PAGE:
Sydney, 26 July (Argus) — Australian refiner and marketer Caltex will close its 135,000 b/d Kurnell refinery in Sydney and convert it to an oil product import terminal, leaving Australia's largest city with no refinery by mid-2014.
Caltex, which is 50pc owned by Chevron, will keep its 109,000 b/d Lytton refinery in Brisbane but close Kurnell in the second half of 2014, following a review of its supply chain. Shell is closing its 79,000 b/d Clyde refinery in Sydney on 30 September, also converting it to an import terminal.
Lytton will remain open for now, subject to improvements in operational and financial performance, Caltex said, which has signed a new transport fuels supply agreement with Chevron. “The company's Brisbane-based refinery at Lytton is better suited to the product mix demanded by our customers and consequently a pathway is being explored to improve its operations,” Caltex chief executive Julian Segal said.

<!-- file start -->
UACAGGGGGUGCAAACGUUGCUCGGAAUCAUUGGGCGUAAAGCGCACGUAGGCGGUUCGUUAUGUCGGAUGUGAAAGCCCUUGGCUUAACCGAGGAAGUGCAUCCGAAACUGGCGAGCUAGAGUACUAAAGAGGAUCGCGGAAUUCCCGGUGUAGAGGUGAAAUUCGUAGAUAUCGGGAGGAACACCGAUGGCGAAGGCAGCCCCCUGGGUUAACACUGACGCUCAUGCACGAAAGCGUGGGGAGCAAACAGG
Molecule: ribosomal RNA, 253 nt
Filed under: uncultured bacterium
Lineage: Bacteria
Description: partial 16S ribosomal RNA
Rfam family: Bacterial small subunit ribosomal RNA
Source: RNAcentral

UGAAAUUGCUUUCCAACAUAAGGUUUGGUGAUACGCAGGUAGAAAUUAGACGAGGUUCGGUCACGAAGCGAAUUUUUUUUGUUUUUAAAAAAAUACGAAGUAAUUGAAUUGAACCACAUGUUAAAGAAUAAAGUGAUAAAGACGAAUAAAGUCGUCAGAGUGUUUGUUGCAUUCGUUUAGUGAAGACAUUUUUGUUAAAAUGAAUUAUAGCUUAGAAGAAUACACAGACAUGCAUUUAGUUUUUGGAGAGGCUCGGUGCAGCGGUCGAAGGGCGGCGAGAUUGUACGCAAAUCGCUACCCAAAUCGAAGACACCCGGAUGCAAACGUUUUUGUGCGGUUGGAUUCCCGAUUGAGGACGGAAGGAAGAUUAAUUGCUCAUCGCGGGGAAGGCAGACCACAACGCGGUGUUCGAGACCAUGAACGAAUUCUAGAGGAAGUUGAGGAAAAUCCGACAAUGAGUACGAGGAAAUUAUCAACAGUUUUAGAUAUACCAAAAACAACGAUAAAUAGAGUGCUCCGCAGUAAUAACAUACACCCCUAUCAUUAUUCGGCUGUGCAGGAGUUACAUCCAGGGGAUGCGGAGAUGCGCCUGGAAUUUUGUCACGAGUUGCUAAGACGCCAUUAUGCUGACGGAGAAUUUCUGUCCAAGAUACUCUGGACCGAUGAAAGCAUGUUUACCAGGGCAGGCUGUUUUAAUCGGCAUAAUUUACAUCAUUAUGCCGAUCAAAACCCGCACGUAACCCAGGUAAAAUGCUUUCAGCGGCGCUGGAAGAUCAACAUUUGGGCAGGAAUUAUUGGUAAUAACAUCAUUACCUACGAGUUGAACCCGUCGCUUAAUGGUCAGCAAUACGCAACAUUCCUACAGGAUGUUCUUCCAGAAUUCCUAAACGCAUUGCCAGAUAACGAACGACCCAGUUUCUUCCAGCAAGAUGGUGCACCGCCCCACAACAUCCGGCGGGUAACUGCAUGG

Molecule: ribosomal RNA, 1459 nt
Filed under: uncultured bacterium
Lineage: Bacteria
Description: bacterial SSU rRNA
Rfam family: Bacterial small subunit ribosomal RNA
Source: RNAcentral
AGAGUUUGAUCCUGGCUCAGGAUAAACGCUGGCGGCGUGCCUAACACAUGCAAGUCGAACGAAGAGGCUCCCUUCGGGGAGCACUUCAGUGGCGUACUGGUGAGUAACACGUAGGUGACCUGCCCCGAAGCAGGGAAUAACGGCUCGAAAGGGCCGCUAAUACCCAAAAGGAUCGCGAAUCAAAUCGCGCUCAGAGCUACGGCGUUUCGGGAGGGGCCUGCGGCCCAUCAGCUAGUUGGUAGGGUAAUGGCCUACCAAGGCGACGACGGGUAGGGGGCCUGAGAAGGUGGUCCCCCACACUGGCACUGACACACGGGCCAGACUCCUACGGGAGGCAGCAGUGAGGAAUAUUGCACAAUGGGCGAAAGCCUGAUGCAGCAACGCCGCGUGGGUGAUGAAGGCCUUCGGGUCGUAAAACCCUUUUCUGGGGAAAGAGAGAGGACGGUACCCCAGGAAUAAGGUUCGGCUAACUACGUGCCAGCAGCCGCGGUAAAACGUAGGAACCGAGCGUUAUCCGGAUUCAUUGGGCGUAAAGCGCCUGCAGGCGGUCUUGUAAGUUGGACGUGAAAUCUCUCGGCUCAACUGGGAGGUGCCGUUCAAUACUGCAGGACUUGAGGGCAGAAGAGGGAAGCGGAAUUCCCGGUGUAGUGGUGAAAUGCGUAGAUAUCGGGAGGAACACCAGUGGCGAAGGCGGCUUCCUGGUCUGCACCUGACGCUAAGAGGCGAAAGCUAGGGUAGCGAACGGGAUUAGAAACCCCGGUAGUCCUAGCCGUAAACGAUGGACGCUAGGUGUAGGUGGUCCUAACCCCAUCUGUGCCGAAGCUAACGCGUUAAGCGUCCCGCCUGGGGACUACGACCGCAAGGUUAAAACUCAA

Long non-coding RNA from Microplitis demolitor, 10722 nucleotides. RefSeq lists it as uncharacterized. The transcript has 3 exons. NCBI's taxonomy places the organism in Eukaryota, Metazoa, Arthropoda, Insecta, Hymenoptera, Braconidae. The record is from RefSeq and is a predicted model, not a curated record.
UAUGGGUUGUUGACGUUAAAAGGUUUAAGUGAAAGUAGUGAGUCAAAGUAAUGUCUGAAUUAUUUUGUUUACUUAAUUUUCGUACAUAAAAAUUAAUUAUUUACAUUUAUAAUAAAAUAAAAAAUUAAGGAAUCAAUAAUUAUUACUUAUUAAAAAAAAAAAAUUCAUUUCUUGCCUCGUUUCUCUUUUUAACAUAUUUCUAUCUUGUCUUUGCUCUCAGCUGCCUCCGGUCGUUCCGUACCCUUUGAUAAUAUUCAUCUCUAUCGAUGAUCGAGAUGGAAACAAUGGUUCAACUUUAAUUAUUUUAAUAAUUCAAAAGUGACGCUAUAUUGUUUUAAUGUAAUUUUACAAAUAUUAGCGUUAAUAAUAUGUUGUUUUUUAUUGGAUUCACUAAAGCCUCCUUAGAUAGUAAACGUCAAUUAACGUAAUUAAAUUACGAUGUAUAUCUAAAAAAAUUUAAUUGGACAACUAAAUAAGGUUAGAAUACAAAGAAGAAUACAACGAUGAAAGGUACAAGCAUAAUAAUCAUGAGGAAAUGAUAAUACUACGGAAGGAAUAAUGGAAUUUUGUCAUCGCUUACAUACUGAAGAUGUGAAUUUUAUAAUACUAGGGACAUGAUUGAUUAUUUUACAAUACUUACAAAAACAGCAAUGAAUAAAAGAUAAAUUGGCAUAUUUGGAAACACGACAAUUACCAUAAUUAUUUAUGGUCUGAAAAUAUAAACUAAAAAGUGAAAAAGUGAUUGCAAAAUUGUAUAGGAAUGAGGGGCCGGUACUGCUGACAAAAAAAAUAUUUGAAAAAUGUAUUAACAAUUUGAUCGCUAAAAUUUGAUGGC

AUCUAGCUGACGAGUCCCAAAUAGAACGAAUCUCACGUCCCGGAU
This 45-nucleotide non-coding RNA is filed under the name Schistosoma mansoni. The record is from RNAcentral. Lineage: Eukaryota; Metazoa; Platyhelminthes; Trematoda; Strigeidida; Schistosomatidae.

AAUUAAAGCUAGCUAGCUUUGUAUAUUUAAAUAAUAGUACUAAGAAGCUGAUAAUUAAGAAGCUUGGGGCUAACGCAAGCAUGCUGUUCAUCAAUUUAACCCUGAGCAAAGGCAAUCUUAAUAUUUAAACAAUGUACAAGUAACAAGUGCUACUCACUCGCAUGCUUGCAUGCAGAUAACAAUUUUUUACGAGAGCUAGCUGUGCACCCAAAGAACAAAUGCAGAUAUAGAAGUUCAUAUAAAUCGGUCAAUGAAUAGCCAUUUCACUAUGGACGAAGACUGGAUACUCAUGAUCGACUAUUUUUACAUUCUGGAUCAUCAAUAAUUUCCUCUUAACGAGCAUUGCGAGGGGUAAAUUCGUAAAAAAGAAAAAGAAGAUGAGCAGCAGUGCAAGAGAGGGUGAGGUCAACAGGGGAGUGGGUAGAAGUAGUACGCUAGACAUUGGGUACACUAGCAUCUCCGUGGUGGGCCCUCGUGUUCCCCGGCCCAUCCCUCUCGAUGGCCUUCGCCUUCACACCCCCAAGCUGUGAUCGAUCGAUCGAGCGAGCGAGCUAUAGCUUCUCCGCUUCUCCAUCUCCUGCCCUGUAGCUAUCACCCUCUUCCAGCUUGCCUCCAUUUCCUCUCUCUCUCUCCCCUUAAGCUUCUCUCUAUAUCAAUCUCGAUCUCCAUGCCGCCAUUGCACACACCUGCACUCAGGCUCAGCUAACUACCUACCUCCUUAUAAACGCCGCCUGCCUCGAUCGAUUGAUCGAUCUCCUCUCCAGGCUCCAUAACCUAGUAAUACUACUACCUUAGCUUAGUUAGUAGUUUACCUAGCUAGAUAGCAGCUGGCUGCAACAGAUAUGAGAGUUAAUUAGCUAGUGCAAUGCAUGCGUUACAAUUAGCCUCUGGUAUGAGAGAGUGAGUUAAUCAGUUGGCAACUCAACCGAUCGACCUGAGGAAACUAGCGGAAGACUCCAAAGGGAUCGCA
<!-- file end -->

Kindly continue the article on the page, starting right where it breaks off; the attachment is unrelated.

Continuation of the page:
Caltex blamed competition from larger more efficient refineries in Asia, and the challenging business environment in Australia for its decision to close Kurnell that has been making a loss for more than a year. The company wrote down its refinery assets by A$1.5bn ($1.55bn) in February. It is spending A$250mn converting and expanding the import facilities at Kurnell.
Caltex supplies more than a third of the transport fuel market in Australia. It supplied 270,000 b/d of gasoline, diesel and jet fuel in Australia last year, of which around 170,000 b/d was produced at its refineries. It plans to replace all the transport fuels lost with the closure of Kurnell with imports to the new terminal, implying it will import around 90,000 b/d more transport fuels to cover the lost production. With Kurnell's closure, the proportion of Caltex's fuel sales supplied by its own refineries will drop to around 25pc from the current 55pc.
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